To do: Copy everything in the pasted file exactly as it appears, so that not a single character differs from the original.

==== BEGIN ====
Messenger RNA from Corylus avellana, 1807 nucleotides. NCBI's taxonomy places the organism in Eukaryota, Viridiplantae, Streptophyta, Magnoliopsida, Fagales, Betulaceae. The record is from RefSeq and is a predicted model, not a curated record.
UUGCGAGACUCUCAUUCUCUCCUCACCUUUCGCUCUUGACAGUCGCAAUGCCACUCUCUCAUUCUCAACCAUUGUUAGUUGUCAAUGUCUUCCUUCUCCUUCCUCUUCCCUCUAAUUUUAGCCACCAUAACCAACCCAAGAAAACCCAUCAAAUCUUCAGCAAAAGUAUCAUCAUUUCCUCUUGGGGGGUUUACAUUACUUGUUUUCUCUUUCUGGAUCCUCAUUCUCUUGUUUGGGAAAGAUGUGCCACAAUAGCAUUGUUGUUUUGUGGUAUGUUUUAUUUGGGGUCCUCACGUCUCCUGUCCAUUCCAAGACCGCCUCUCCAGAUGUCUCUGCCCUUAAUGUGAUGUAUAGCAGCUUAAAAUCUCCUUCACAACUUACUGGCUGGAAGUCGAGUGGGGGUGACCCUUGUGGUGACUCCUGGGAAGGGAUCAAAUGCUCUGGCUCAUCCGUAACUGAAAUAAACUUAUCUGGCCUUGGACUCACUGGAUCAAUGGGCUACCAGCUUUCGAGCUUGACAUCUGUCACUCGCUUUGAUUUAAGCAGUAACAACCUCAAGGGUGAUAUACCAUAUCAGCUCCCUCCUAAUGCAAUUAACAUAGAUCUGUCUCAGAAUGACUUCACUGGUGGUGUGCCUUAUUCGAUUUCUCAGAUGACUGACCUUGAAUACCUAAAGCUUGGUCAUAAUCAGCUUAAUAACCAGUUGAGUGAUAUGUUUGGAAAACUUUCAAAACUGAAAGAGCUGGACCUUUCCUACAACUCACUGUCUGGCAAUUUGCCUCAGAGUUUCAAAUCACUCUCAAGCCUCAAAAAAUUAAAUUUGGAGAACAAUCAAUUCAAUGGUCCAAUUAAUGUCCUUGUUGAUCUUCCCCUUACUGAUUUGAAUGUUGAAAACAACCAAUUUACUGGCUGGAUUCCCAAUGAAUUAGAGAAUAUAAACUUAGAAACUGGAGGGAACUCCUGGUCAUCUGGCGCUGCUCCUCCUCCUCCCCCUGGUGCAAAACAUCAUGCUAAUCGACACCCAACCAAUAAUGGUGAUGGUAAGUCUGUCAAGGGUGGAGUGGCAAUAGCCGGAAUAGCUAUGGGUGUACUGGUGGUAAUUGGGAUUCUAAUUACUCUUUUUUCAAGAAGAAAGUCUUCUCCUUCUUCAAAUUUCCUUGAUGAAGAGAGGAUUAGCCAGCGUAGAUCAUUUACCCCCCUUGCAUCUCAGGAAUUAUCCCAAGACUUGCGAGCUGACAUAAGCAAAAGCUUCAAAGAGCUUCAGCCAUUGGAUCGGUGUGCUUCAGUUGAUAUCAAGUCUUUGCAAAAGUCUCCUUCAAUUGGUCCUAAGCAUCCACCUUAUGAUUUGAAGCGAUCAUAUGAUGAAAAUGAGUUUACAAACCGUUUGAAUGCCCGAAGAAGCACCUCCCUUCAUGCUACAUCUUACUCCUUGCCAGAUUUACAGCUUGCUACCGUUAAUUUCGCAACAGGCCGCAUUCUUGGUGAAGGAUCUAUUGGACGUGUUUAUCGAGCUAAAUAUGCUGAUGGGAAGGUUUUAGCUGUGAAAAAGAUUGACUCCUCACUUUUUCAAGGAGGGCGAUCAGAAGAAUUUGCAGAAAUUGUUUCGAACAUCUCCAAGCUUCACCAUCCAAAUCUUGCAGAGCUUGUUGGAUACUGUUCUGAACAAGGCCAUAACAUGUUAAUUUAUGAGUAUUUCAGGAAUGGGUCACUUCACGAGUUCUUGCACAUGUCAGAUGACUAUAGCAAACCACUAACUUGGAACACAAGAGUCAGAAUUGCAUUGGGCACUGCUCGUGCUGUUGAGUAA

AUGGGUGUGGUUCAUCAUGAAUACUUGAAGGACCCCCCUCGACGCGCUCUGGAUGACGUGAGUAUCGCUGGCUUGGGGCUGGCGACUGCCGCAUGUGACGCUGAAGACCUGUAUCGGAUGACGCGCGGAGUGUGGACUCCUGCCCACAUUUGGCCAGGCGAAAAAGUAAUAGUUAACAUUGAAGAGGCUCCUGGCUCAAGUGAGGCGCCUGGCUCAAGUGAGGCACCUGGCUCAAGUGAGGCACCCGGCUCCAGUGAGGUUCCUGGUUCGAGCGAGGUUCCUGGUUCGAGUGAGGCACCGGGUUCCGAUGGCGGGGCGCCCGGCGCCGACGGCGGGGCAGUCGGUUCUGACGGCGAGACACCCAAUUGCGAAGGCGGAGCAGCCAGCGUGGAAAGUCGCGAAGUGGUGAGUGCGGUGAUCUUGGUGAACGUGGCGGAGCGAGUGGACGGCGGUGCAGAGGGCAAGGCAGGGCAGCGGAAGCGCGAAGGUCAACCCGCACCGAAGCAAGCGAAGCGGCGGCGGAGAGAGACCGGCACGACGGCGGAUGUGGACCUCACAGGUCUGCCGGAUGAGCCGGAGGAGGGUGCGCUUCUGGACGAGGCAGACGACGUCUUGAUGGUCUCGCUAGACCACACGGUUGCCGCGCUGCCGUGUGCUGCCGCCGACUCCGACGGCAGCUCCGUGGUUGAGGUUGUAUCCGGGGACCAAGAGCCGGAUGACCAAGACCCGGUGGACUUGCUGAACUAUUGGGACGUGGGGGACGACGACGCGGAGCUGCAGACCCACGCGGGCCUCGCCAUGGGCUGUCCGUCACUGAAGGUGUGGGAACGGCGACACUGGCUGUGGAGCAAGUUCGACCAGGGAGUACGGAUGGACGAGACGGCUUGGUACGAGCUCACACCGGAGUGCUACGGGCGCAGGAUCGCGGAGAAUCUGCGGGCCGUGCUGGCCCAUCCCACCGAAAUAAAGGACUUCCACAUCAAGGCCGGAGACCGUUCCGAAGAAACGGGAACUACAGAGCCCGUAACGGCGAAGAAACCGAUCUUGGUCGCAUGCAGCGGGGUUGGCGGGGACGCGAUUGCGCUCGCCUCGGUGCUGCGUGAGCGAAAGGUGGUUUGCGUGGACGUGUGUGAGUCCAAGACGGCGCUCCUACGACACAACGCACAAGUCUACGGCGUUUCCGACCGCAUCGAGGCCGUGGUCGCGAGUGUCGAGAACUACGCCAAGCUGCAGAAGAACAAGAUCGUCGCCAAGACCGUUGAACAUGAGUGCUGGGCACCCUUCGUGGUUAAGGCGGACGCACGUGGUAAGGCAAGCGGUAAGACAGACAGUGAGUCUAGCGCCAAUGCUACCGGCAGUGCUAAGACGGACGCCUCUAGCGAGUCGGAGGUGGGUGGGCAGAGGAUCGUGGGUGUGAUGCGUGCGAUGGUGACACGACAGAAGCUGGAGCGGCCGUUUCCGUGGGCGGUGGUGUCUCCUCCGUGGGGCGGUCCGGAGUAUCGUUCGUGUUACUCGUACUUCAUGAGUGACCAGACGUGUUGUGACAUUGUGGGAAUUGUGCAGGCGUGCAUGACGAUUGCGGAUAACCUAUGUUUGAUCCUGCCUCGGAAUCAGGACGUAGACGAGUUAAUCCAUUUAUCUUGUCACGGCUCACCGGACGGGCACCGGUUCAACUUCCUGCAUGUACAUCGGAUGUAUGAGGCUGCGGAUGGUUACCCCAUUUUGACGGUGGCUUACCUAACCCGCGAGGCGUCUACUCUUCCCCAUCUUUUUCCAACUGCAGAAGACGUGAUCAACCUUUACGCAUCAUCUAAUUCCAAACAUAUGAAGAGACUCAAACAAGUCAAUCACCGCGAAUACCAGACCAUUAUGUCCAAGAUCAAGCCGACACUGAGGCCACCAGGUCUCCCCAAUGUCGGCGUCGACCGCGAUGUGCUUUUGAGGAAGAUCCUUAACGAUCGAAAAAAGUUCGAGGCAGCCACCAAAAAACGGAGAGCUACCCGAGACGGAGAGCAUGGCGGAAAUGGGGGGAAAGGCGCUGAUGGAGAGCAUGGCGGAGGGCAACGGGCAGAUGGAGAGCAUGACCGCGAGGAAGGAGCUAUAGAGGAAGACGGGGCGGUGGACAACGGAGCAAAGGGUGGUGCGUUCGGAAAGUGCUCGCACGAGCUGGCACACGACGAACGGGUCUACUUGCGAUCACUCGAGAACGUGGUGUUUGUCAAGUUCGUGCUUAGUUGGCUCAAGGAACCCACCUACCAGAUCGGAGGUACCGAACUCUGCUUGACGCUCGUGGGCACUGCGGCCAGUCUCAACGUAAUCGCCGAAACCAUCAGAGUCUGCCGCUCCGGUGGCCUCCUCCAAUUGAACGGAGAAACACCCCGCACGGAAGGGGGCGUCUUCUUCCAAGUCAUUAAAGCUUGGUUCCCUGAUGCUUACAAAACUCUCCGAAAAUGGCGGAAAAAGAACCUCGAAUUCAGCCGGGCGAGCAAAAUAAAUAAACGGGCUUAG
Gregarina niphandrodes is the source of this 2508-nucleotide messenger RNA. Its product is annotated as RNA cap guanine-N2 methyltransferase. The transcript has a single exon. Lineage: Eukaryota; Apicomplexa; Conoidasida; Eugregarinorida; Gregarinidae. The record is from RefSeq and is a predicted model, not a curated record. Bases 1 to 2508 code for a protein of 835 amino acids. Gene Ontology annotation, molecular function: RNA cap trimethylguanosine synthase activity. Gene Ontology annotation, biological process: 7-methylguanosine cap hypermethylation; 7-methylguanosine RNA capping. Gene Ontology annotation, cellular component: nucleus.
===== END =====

Messenger RNA from Corylus avellana, 1807 nucleotides. NCBI's taxonomy places the organism in Eukaryota, Viridiplantae, Streptophyta, Magnoliopsida, Fagales, Betulaceae. The record is from RefSeq and is a predicted model, not a curated record.
UUGCGAGACUCUCAUUCUCUCCUCACCUUUCGCUCUUGACAGUCGCAAUGCCACUCUCUCAUUCUCAACCAUUGUUAGUUGUCAAUGUCUUCCUUCUCCUUCCUCUUCCCUCUAAUUUUAGCCACCAUAACCAACCCAAGAAAACCCAUCAAAUCUUCAGCAAAAGUAUCAUCAUUUCCUCUUGGGGGGUUUACAUUACUUGUUUUCUCUUUCUGGAUCCUCAUUCUCUUGUUUGGGAAAGAUGUGCCACAAUAGCAUUGUUGUUUUGUGGUAUGUUUUAUUUGGGGUCCUCACGUCUCCUGUCCAUUCCAAGACCGCCUCUCCAGAUGUCUCUGCCCUUAAUGUGAUGUAUAGCAGCUUAAAAUCUCCUUCACAACUUACUGGCUGGAAGUCGAGUGGGGGUGACCCUUGUGGUGACUCCUGGGAAGGGAUCAAAUGCUCUGGCUCAUCCGUAACUGAAAUAAACUUAUCUGGCCUUGGACUCACUGGAUCAAUGGGCUACCAGCUUUCGAGCUUGACAUCUGUCACUCGCUUUGAUUUAAGCAGUAACAACCUCAAGGGUGAUAUACCAUAUCAGCUCCCUCCUAAUGCAAUUAACAUAGAUCUGUCUCAGAAUGACUUCACUGGUGGUGUGCCUUAUUCGAUUUCUCAGAUGACUGACCUUGAAUACCUAAAGCUUGGUCAUAAUCAGCUUAAUAACCAGUUGAGUGAUAUGUUUGGAAAACUUUCAAAACUGAAAGAGCUGGACCUUUCCUACAACUCACUGUCUGGCAAUUUGCCUCAGAGUUUCAAAUCACUCUCAAGCCUCAAAAAAUUAAAUUUGGAGAACAAUCAAUUCAAUGGUCCAAUUAAUGUCCUUGUUGAUCUUCCCCUUACUGAUUUGAAUGUUGAAAACAACCAAUUUACUGGCUGGAUUCCCAAUGAAUUAGAGAAUAUAAACUUAGAAACUGGAGGGAACUCCUGGUCAUCUGGCGCUGCUCCUCCUCCUCCCCCUGGUGCAAAACAUCAUGCUAAUCGACACCCAACCAAUAAUGGUGAUGGUAAGUCUGUCAAGGGUGGAGUGGCAAUAGCCGGAAUAGCUAUGGGUGUACUGGUGGUAAUUGGGAUUCUAAUUACUCUUUUUUCAAGAAGAAAGUCUUCUCCUUCUUCAAAUUUCCUUGAUGAAGAGAGGAUUAGCCAGCGUAGAUCAUUUACCCCCCUUGCAUCUCAGGAAUUAUCCCAAGACUUGCGAGCUGACAUAAGCAAAAGCUUCAAAGAGCUUCAGCCAUUGGAUCGGUGUGCUUCAGUUGAUAUCAAGUCUUUGCAAAAGUCUCCUUCAAUUGGUCCUAAGCAUCCACCUUAUGAUUUGAAGCGAUCAUAUGAUGAAAAUGAGUUUACAAACCGUUUGAAUGCCCGAAGAAGCACCUCCCUUCAUGCUACAUCUUACUCCUUGCCAGAUUUACAGCUUGCUACCGUUAAUUUCGCAACAGGCCGCAUUCUUGGUGAAGGAUCUAUUGGACGUGUUUAUCGAGCUAAAUAUGCUGAUGGGAAGGUUUUAGCUGUGAAAAAGAUUGACUCCUCACUUUUUCAAGGAGGGCGAUCAGAAGAAUUUGCAGAAAUUGUUUCGAACAUCUCCAAGCUUCACCAUCCAAAUCUUGCAGAGCUUGUUGGAUACUGUUCUGAACAAGGCCAUAACAUGUUAAUUUAUGAGUAUUUCAGGAAUGGGUCACUUCACGAGUUCUUGCACAUGUCAGAUGACUAUAGCAAACCACUAACUUGGAACACAAGAGUCAGAAUUGCAUUGGGCACUGCUCGUGCUGUUGAGUAA

AUGGGUGUGGUUCAUCAUGAAUACUUGAAGGACCCCCCUCGACGCGCUCUGGAUGACGUGAGUAUCGCUGGCUUGGGGCUGGCGACUGCCGCAUGUGACGCUGAAGACCUGUAUCGGAUGACGCGCGGAGUGUGGACUCCUGCCCACAUUUGGCCAGGCGAAAAAGUAAUAGUUAACAUUGAAGAGGCUCCUGGCUCAAGUGAGGCGCCUGGCUCAAGUGAGGCACCUGGCUCAAGUGAGGCACCCGGCUCCAGUGAGGUUCCUGGUUCGAGCGAGGUUCCUGGUUCGAGUGAGGCACCGGGUUCCGAUGGCGGGGCGCCCGGCGCCGACGGCGGGGCAGUCGGUUCUGACGGCGAGACACCCAAUUGCGAAGGCGGAGCAGCCAGCGUGGAAAGUCGCGAAGUGGUGAGUGCGGUGAUCUUGGUGAACGUGGCGGAGCGAGUGGACGGCGGUGCAGAGGGCAAGGCAGGGCAGCGGAAGCGCGAAGGUCAACCCGCACCGAAGCAAGCGAAGCGGCGGCGGAGAGAGACCGGCACGACGGCGGAUGUGGACCUCACAGGUCUGCCGGAUGAGCCGGAGGAGGGUGCGCUUCUGGACGAGGCAGACGACGUCUUGAUGGUCUCGCUAGACCACACGGUUGCCGCGCUGCCGUGUGCUGCCGCCGACUCCGACGGCAGCUCCGUGGUUGAGGUUGUAUCCGGGGACCAAGAGCCGGAUGACCAAGACCCGGUGGACUUGCUGAACUAUUGGGACGUGGGGGACGACGACGCGGAGCUGCAGACCCACGCGGGCCUCGCCAUGGGCUGUCCGUCACUGAAGGUGUGGGAACGGCGACACUGGCUGUGGAGCAAGUUCGACCAGGGAGUACGGAUGGACGAGACGGCUUGGUACGAGCUCACACCGGAGUGCUACGGGCGCAGGAUCGCGGAGAAUCUGCGGGCCGUGCUGGCCCAUCCCACCGAAAUAAAGGACUUCCACAUCAAGGCCGGAGACCGUUCCGAAGAAACGGGAACUACAGAGCCCGUAACGGCGAAGAAACCGAUCUUGGUCGCAUGCAGCGGGGUUGGCGGGGACGCGAUUGCGCUCGCCUCGGUGCUGCGUGAGCGAAAGGUGGUUUGCGUGGACGUGUGUGAGUCCAAGACGGCGCUCCUACGACACAACGCACAAGUCUACGGCGUUUCCGACCGCAUCGAGGCCGUGGUCGCGAGUGUCGAGAACUACGCCAAGCUGCAGAAGAACAAGAUCGUCGCCAAGACCGUUGAACAUGAGUGCUGGGCACCCUUCGUGGUUAAGGCGGACGCACGUGGUAAGGCAAGCGGUAAGACAGACAGUGAGUCUAGCGCCAAUGCUACCGGCAGUGCUAAGACGGACGCCUCUAGCGAGUCGGAGGUGGGUGGGCAGAGGAUCGUGGGUGUGAUGCGUGCGAUGGUGACACGACAGAAGCUGGAGCGGCCGUUUCCGUGGGCGGUGGUGUCUCCUCCGUGGGGCGGUCCGGAGUAUCGUUCGUGUUACUCGUACUUCAUGAGUGACCAGACGUGUUGUGACAUUGUGGGAAUUGUGCAGGCGUGCAUGACGAUUGCGGAUAACCUAUGUUUGAUCCUGCCUCGGAAUCAGGACGUAGACGAGUUAAUCCAUUUAUCUUGUCACGGCUCACCGGACGGGCACCGGUUCAACUUCCUGCAUGUACAUCGGAUGUAUGAGGCUGCGGAUGGUUACCCCAUUUUGACGGUGGCUUACCUAACCCGCGAGGCGUCUACUCUUCCCCAUCUUUUUCCAACUGCAGAAGACGUGAUCAACCUUUACGCAUCAUCUAAUUCCAAACAUAUGAAGAGACUCAAACAAGUCAAUCACCGCGAAUACCAGACCAUUAUGUCCAAGAUCAAGCCGACACUGAGGCCACCAGGUCUCCCCAAUGUCGGCGUCGACCGCGAUGUGCUUUUGAGGAAGAUCCUUAACGAUCGAAAAAAGUUCGAGGCAGCCACCAAAAAACGGAGAGCUACCCGAGACGGAGAGCAUGGCGGAAAUGGGGGGAAAGGCGCUGAUGGAGAGCAUGGCGGAGGGCAACGGGCAGAUGGAGAGCAUGACCGCGAGGAAGGAGCUAUAGAGGAAGACGGGGCGGUGGACAACGGAGCAAAGGGUGGUGCGUUCGGAAAGUGCUCGCACGAGCUGGCACACGACGAACGGGUCUACUUGCGAUCACUCGAGAACGUGGUGUUUGUCAAGUUCGUGCUUAGUUGGCUCAAGGAACCCACCUACCAGAUCGGAGGUACCGAACUCUGCUUGACGCUCGUGGGCACUGCGGCCAGUCUCAACGUAAUCGCCGAAACCAUCAGAGUCUGCCGCUCCGGUGGCCUCCUCCAAUUGAACGGAGAAACACCCCGCACGGAAGGGGGCGUCUUCUUCCAAGUCAUUAAAGCUUGGUUCCCUGAUGCUUACAAAACUCUCCGAAAAUGGCGGAAAAAGAACCUCGAAUUCAGCCGGGCGAGCAAAAUAAAUAAACGGGCUUAG
Gregarina niphandrodes is the source of this 2508-nucleotide messenger RNA. Its product is annotated as RNA cap guanine-N2 methyltransferase. The transcript has a single exon. Lineage: Eukaryota; Apicomplexa; Conoidasida; Eugregarinorida; Gregarinidae. The record is from RefSeq and is a predicted model, not a curated record. Bases 1 to 2508 code for a protein of 835 amino acids. Gene Ontology annotation, molecular function: RNA cap trimethylguanosine synthase activity. Gene Ontology annotation, biological process: 7-methylguanosine cap hypermethylation; 7-methylguanosine RNA capping. Gene Ontology annotation, cellular component: nucleus.